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"Magic Pythons" Married in Cambodia for Luck

Male python Krong Pich, top, and female python Chamroeun, bottom, lie in a cage after their wedding ceremony at Svay Rolum village, near Phnom Penh, Cambodia, Jan. 3, 2011.
AP Photo
SVAY ROLUM, Cambodia - Hundreds of villagers flocked to a wedding ceremony Monday between a 16-foot, 200-pound female python and her slightly smaller mate — both believed to be magic snakes that bring prosperity and peace.

The two-hour ceremony in Svay Rolum village, 12 miles south of the capital Phnom Penh, ended with two Buddhist monks blessing the pair and villagers showering them with flowers as wedding music played.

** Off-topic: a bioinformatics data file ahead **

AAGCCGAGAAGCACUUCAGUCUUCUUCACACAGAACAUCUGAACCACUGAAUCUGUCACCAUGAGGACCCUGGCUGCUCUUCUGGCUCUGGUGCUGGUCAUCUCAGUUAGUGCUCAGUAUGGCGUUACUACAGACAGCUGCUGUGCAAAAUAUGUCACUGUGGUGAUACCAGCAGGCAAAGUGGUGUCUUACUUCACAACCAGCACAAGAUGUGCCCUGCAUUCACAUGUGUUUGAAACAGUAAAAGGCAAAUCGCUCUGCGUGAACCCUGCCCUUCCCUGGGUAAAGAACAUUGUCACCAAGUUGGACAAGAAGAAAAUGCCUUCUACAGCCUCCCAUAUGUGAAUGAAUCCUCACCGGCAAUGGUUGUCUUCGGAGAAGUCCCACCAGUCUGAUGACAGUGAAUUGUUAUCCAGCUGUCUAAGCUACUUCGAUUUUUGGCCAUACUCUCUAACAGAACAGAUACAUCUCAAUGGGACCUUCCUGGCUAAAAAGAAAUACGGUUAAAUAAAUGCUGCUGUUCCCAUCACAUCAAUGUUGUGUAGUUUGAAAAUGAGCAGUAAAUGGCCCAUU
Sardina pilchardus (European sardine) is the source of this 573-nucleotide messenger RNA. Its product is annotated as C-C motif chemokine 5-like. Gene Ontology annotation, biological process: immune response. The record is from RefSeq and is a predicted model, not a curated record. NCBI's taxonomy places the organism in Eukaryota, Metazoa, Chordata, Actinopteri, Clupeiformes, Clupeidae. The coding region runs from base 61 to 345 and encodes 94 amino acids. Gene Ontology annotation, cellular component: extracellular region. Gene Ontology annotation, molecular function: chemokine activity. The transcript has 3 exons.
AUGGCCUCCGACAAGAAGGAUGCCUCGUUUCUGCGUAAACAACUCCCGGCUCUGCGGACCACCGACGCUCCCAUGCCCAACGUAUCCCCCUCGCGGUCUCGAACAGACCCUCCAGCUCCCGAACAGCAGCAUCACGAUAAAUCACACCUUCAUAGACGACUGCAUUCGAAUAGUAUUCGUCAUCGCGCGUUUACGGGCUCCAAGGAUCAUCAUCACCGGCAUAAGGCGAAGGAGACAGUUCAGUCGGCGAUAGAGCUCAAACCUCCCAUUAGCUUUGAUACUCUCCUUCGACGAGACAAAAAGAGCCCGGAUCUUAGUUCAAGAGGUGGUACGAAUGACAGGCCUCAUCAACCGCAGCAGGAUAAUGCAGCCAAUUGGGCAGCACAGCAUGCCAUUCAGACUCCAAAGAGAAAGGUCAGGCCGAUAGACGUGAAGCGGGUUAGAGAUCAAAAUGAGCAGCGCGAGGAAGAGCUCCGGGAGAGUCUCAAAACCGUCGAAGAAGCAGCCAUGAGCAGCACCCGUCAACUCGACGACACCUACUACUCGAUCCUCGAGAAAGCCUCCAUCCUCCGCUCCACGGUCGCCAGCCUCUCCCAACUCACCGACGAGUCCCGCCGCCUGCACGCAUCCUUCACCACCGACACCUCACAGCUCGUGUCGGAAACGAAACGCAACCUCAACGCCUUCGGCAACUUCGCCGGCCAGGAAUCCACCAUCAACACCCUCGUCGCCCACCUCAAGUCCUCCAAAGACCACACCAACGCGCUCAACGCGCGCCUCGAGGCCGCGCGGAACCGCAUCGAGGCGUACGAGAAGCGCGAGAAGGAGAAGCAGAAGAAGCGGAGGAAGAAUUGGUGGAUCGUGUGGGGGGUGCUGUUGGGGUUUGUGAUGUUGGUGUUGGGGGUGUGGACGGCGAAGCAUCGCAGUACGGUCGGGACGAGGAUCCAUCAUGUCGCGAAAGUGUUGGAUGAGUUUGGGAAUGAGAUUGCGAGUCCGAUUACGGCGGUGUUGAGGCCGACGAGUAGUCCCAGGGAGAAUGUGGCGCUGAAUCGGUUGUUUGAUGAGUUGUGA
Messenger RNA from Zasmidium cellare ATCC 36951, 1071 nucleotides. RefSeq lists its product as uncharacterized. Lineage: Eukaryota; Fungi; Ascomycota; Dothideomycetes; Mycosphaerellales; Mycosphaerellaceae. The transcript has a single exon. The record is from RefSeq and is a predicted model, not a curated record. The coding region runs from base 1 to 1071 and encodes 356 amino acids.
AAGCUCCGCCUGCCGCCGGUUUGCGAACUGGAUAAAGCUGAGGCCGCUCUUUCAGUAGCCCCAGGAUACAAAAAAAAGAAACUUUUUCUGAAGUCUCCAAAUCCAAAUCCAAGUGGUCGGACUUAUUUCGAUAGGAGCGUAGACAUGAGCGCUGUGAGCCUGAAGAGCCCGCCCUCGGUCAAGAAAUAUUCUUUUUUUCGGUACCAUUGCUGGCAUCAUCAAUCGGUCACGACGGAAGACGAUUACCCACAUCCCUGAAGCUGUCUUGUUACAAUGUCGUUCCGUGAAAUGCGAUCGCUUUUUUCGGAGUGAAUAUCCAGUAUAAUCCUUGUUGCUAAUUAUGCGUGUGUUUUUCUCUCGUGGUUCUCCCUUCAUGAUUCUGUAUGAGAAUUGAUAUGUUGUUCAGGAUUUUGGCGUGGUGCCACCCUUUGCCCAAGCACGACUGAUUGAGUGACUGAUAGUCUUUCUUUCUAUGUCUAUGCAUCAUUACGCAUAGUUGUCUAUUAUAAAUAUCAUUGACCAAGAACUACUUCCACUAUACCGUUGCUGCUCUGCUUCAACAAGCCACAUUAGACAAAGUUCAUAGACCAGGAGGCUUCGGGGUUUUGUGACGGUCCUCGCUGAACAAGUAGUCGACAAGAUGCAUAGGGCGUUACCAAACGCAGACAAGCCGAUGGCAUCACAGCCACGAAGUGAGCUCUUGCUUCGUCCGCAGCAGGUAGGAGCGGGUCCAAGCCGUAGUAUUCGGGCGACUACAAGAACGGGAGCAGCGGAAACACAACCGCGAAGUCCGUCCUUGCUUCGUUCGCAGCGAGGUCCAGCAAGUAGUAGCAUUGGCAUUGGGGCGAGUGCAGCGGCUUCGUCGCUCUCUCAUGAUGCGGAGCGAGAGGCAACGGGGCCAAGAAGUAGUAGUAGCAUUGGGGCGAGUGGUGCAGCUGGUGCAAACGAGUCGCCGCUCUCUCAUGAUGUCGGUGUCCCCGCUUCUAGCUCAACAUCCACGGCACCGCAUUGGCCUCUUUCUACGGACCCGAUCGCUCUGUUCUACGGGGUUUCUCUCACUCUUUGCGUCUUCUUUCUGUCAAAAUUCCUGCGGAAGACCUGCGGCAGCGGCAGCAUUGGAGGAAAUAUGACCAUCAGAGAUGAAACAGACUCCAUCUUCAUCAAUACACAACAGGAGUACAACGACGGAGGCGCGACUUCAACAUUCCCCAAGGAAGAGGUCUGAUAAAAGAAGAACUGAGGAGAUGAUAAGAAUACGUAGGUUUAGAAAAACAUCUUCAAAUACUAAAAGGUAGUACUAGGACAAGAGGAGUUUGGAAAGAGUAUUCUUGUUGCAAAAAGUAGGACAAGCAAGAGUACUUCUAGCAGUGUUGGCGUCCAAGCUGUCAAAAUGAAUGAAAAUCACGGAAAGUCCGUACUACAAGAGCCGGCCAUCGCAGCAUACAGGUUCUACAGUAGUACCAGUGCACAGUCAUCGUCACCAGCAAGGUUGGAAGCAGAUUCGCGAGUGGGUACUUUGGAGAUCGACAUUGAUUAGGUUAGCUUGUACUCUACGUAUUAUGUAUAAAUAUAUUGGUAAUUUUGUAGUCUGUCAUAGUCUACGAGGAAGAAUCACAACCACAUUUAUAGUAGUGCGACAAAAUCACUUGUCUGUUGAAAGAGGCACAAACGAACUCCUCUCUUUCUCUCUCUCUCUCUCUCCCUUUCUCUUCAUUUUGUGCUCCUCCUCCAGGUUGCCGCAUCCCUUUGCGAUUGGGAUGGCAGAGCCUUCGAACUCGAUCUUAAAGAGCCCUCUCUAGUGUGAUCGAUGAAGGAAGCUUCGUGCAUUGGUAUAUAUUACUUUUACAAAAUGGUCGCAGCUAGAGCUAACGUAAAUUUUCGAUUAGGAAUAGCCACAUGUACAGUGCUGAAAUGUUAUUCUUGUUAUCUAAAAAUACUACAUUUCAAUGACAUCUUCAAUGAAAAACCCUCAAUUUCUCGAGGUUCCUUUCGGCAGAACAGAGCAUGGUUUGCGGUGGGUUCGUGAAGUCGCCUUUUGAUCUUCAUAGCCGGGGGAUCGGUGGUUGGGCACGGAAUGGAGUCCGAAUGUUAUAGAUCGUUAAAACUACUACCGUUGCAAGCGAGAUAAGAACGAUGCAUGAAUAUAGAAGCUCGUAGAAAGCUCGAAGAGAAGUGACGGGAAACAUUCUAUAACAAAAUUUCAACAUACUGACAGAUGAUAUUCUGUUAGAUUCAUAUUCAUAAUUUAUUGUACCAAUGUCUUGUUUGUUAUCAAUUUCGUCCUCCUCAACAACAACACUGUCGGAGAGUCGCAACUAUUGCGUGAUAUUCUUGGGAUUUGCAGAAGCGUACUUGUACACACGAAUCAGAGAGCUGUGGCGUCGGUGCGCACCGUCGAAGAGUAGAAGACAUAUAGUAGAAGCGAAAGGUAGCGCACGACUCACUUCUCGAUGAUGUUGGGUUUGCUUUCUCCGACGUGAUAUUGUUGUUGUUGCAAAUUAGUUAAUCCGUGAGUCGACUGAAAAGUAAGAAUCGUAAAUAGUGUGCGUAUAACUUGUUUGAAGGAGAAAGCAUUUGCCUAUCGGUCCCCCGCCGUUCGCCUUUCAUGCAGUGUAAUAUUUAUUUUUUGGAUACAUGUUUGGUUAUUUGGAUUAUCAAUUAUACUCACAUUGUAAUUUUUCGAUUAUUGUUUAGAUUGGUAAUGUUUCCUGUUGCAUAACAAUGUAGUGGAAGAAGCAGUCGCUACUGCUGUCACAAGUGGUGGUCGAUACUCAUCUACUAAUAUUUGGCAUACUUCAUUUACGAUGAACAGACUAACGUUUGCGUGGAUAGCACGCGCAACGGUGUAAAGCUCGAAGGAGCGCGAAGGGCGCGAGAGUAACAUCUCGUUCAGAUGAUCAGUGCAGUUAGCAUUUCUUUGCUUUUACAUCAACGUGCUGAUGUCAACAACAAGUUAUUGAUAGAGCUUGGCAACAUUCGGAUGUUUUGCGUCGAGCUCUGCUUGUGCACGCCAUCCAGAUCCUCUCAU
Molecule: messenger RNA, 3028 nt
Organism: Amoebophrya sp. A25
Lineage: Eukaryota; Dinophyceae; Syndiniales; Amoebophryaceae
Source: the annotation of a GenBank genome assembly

Most Cambodians, almost all Buddhists, also subscribe to animism — a belief that spirits can inhabit all sorts of living and inanimate objects. Whenever an odd animal makes an appearance, it is cause for the superstitious to celebrate.

"We married these pythons to ask for health and prosperity in our village," said 41-year-old Neth Vy, owner of female python named Chamrouen.

"We were told (by fortunetellers) that the two pythons are husband and wife and they need to live together, and if we don't marry them we will meet bad luck," said Neth Vy, who found the then-tiny python while fishing 16 years ago.

He said since the snake became part of the household, the family's living conditions had steadily improved and no misfortune had befallen them.

The male python, named Kroung Pich, was caught 12 days ago by Hin Mao, a 44-year-old, childless woman who said she regarded it as her son.